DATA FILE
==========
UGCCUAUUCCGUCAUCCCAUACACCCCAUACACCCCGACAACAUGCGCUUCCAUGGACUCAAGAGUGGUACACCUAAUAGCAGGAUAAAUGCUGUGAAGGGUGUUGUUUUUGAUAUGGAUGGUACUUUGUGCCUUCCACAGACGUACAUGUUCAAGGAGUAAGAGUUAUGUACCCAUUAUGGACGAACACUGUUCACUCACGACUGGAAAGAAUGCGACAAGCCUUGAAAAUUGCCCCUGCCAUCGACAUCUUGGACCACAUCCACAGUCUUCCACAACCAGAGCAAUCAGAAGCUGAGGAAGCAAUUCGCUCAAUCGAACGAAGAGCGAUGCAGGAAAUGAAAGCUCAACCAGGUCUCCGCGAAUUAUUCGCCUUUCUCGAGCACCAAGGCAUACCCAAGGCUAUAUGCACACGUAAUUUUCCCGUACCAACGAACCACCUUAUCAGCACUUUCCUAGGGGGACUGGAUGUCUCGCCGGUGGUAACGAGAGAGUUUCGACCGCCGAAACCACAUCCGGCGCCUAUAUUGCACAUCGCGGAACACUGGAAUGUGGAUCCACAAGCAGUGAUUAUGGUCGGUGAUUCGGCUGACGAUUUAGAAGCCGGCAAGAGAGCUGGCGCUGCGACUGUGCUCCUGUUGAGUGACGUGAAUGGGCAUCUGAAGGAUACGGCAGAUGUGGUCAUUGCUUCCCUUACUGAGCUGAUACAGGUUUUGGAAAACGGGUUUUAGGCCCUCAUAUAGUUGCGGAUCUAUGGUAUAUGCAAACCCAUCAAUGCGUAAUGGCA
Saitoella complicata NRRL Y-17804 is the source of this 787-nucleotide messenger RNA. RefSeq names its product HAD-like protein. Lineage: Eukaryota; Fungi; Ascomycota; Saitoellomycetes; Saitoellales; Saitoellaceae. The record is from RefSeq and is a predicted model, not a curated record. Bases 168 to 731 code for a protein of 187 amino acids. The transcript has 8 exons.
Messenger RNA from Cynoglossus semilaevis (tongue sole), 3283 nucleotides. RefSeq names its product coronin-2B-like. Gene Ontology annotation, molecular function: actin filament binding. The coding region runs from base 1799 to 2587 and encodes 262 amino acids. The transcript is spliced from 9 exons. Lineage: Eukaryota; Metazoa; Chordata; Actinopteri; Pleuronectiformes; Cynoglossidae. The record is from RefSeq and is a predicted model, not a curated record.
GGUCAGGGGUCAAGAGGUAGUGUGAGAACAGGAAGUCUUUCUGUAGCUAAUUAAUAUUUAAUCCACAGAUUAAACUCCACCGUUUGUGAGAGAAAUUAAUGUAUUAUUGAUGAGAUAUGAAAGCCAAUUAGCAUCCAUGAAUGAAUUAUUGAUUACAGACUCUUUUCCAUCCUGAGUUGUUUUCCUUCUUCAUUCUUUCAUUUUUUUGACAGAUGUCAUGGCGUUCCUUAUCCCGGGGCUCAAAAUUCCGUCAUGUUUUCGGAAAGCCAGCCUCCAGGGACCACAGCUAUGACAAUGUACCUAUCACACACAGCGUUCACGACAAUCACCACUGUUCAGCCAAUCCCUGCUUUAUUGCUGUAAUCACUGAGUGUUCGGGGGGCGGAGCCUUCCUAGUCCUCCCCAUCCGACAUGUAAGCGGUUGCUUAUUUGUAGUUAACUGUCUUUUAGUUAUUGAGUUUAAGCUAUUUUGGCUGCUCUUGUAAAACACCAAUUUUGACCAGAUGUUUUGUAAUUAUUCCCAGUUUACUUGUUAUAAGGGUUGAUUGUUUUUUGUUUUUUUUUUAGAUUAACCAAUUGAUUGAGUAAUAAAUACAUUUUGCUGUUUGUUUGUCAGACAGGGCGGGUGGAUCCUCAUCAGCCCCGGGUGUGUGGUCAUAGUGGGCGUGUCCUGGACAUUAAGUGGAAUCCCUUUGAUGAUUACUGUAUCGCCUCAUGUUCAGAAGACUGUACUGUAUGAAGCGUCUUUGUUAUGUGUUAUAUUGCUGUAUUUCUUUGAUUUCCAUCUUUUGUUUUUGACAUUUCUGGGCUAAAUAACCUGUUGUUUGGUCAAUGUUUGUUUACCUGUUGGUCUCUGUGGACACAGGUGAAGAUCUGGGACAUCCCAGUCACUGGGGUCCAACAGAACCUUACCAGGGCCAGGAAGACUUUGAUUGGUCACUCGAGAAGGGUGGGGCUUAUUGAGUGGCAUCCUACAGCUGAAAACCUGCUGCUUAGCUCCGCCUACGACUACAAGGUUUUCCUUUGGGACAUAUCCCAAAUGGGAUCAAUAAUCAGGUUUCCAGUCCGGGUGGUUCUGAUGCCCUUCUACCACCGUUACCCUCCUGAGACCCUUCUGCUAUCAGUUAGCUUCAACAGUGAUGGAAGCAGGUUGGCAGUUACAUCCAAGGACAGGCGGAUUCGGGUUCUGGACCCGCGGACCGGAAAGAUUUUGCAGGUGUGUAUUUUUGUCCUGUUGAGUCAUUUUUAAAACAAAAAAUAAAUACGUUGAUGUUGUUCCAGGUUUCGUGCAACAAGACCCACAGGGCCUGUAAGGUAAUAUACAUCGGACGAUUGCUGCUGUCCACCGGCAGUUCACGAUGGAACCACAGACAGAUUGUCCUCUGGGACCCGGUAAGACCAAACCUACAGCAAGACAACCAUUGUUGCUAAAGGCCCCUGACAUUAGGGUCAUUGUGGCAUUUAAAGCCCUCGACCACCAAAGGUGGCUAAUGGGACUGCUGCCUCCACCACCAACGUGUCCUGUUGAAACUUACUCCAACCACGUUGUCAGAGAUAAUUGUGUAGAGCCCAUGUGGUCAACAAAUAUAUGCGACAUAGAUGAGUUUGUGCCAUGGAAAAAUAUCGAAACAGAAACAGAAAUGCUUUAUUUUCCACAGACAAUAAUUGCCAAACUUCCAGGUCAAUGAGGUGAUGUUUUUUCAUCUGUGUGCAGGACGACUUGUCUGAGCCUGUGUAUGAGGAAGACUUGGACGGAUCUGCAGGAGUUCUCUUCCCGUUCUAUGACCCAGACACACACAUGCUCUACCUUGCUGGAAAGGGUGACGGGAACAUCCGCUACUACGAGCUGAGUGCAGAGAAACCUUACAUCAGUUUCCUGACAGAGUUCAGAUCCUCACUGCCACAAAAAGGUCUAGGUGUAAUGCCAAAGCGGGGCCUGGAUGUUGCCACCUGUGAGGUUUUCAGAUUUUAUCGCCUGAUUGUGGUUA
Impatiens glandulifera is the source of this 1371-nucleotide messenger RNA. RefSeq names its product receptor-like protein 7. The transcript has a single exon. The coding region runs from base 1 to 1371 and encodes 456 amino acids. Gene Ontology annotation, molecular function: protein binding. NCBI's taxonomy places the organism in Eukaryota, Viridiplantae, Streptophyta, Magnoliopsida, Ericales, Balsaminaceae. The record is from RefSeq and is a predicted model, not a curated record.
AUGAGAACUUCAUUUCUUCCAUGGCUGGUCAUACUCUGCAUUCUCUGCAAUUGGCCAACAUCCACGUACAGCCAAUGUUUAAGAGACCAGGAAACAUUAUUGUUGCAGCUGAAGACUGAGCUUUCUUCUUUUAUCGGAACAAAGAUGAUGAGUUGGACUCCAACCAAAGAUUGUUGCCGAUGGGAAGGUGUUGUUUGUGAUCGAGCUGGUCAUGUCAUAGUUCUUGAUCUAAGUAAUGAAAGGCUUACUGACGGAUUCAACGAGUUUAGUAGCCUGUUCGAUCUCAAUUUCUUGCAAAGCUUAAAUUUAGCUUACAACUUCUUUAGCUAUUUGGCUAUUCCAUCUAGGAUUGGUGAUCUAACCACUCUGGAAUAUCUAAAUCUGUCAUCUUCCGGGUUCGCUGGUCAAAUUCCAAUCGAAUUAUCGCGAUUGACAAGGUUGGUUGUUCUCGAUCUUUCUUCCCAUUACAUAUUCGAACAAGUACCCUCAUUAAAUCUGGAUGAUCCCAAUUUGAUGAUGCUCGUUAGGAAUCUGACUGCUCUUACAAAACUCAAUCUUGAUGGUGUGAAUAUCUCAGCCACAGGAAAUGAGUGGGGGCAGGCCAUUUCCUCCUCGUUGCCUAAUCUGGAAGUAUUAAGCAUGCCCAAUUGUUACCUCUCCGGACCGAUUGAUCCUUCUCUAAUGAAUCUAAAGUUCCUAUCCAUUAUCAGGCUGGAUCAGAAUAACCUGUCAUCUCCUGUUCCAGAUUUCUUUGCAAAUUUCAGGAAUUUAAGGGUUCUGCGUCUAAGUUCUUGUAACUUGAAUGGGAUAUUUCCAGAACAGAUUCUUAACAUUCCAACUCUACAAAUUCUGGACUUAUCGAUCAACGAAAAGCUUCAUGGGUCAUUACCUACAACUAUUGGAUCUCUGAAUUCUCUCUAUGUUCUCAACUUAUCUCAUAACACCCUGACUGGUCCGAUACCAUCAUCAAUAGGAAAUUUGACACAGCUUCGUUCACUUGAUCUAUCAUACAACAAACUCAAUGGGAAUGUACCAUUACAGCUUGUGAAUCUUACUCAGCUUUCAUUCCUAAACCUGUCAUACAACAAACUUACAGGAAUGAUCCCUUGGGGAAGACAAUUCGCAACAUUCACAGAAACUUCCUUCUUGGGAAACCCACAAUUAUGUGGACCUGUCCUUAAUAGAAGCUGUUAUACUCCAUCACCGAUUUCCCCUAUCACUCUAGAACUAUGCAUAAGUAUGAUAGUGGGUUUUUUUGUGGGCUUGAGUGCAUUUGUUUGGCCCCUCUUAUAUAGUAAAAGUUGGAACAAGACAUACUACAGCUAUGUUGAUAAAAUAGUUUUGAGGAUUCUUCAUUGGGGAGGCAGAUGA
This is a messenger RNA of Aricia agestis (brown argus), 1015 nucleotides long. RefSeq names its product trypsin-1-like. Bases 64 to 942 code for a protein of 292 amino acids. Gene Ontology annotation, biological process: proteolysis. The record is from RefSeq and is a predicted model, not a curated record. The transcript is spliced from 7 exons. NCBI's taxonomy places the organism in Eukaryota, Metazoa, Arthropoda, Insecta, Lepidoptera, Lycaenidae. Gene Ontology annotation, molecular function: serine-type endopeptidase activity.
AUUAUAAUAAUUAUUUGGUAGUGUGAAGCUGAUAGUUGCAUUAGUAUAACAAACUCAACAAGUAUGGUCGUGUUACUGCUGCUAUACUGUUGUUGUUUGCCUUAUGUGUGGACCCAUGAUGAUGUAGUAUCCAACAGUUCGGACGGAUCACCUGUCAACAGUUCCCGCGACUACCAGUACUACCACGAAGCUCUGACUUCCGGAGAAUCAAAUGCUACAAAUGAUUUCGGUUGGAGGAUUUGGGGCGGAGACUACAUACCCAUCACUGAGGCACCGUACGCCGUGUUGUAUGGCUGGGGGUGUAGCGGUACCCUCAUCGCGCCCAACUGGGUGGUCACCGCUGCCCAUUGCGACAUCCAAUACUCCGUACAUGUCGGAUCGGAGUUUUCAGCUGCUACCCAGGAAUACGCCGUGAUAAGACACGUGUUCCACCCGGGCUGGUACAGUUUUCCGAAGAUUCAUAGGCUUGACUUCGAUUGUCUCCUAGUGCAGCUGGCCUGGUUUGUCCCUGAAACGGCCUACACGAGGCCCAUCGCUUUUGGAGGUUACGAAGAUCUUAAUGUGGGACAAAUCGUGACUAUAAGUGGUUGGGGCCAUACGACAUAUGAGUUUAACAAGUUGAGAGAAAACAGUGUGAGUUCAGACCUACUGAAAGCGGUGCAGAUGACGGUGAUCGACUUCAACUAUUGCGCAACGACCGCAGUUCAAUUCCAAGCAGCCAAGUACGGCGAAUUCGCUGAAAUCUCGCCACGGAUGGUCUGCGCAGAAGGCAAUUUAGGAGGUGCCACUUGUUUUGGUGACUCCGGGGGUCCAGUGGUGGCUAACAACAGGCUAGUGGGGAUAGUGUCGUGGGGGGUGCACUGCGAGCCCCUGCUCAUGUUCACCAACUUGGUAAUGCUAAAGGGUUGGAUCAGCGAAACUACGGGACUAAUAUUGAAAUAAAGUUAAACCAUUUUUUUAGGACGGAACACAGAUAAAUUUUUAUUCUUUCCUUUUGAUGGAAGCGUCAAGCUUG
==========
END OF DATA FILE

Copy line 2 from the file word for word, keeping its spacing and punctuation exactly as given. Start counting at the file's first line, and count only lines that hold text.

Saitoella complicata NRRL Y-17804 is the source of this 787-nucleotide messenger RNA. RefSeq names its product HAD-like protein. Lineage: Eukaryota; Fungi; Ascomycota; Saitoellomycetes; Saitoellales; Saitoellaceae. The record is from RefSeq and is a predicted model, not a curated record. Bases 168 to 731 code for a protein of 187 amino acids. The transcript has 8 exons.